The coffee shop chain said on Monday that Jim Donald, who has held the top job since 2005, would be leaving the company with immediate effect. His role will be taken by Schultz, the man responsible for turning a Seattle-based shop into a ubiquitous international chain of milky drink dispensers. With Starbucks in the doldrums, he’s clearly decided that he can’t trust anyone else to do the job properly.
It follows a year when Starbucks saw its share price slump by almost a half, as investors worried about its flagging sales, aggressive expansion and deserting customers – it said in November that the number of punters in its US stores fell by 1% for the first time in its history. The rising cost of key commodities like milk and coffee hasn’t helped, either.
Schultz admitted Starbucks had lost its way, suggesting that its huge number of US outlets (some 10,500 in total) had created too much bureaucracy and cannibalised its own sales. He also thinks that poor service and a lack of authenticity (i.e. freeze-packed coffee and automatic espresso machines) has diluted the customer experience (he didn’t mention that its coffee barely tastes of coffee, but we suspect that probably doesn’t help). And with a number of rivals targeting its market share – notably McDonald’s, as we reported yesterday – Starbucks needs to turn things around quickly. So Schultz is doing what a lot of successful entrepreneurs do after moving upstairs: taking his ball back.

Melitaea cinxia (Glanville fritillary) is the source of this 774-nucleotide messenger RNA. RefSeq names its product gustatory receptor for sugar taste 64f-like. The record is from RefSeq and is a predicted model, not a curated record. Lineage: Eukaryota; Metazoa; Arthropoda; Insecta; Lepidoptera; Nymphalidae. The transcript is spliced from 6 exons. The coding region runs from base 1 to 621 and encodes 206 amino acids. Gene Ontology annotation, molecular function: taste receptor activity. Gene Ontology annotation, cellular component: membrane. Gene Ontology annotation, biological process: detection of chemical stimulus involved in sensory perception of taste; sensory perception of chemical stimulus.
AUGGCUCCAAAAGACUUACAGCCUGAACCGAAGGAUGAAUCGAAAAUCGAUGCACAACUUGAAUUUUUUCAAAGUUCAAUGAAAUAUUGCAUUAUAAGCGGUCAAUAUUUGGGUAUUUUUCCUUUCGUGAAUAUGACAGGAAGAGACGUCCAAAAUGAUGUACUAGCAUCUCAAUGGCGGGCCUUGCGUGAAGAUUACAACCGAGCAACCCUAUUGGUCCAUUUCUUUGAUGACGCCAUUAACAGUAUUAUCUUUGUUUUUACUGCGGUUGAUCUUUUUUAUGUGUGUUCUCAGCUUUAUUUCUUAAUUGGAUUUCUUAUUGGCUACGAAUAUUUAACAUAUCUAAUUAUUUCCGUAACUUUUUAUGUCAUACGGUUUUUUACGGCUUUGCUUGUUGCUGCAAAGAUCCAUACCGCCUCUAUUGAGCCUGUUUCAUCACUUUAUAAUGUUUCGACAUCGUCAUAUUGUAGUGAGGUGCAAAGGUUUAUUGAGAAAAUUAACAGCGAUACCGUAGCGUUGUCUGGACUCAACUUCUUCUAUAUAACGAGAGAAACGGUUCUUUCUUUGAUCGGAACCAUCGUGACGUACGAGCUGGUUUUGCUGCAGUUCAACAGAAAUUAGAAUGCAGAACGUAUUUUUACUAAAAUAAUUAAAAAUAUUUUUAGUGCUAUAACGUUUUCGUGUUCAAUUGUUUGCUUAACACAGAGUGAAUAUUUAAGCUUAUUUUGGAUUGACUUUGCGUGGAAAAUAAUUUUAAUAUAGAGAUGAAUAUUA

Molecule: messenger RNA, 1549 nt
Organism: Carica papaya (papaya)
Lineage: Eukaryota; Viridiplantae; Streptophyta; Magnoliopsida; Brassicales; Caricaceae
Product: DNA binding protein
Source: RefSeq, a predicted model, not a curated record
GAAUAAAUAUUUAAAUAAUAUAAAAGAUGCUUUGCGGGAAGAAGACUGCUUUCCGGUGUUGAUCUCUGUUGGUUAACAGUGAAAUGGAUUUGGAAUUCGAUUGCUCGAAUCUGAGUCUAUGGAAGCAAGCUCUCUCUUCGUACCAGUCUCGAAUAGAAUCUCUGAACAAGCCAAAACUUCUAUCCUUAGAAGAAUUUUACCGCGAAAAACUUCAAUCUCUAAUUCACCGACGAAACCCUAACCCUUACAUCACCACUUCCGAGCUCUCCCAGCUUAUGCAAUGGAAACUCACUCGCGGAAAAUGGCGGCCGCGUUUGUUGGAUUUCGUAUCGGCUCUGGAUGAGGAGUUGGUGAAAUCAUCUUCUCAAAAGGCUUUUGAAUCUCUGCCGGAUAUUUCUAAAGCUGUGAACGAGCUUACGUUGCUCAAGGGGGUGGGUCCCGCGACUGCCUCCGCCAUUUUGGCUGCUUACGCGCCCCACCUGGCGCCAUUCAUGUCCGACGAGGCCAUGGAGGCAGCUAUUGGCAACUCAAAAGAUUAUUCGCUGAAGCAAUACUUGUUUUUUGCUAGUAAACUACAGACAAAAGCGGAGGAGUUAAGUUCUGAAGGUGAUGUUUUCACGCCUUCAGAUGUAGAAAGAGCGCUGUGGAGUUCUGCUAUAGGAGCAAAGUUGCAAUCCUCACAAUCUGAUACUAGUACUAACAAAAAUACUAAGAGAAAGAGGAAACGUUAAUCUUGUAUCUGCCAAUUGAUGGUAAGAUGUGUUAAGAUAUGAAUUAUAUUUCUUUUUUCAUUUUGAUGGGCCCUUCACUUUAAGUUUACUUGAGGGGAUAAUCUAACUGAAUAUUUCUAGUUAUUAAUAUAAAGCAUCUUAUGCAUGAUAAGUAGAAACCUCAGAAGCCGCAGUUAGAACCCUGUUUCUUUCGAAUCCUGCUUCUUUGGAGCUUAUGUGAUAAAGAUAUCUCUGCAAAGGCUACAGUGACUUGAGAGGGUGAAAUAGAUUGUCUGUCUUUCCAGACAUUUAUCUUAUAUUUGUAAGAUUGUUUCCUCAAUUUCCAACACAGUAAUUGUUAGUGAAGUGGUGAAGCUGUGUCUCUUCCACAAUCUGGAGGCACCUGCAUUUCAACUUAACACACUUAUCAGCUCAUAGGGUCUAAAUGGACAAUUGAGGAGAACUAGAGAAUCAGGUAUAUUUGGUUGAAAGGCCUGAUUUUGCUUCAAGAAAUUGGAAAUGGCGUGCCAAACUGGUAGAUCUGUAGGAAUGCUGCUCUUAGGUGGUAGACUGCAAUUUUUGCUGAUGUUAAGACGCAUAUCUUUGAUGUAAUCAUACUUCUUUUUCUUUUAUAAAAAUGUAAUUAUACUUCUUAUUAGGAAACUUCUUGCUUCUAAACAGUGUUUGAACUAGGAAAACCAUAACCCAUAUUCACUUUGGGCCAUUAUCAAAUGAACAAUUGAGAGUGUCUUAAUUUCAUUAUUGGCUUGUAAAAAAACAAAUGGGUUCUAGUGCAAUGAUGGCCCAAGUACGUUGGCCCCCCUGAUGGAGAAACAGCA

Krispy Kreme, which is even worse shape - it's more hole than doughnut these days - has gone down a similar path. After seeing sales drop by a sixth last year, the doughnut chain has said that CEO Daryl Brewster will be leaving the company, to be replaced by chairman James Morgan. In a glowing endorsement of Brewster’s leadership skills, the share price immediately jumped 10%. But he’s got a tough job on his hands: Americans are eating more healthily (believe it or not), and Dunkin’ Donuts is currently munching its smaller rival for breakfast.
Today’s moves won’t please corporate governance sticklers, since both men will now act as chairman and CEO. But if anyone can revive Starbucks, it’s probably Schultz. And he’s got one big advantage over Morgan – we might cut down our doughnut consumption, but the working population just wouldn’t survive without coffee...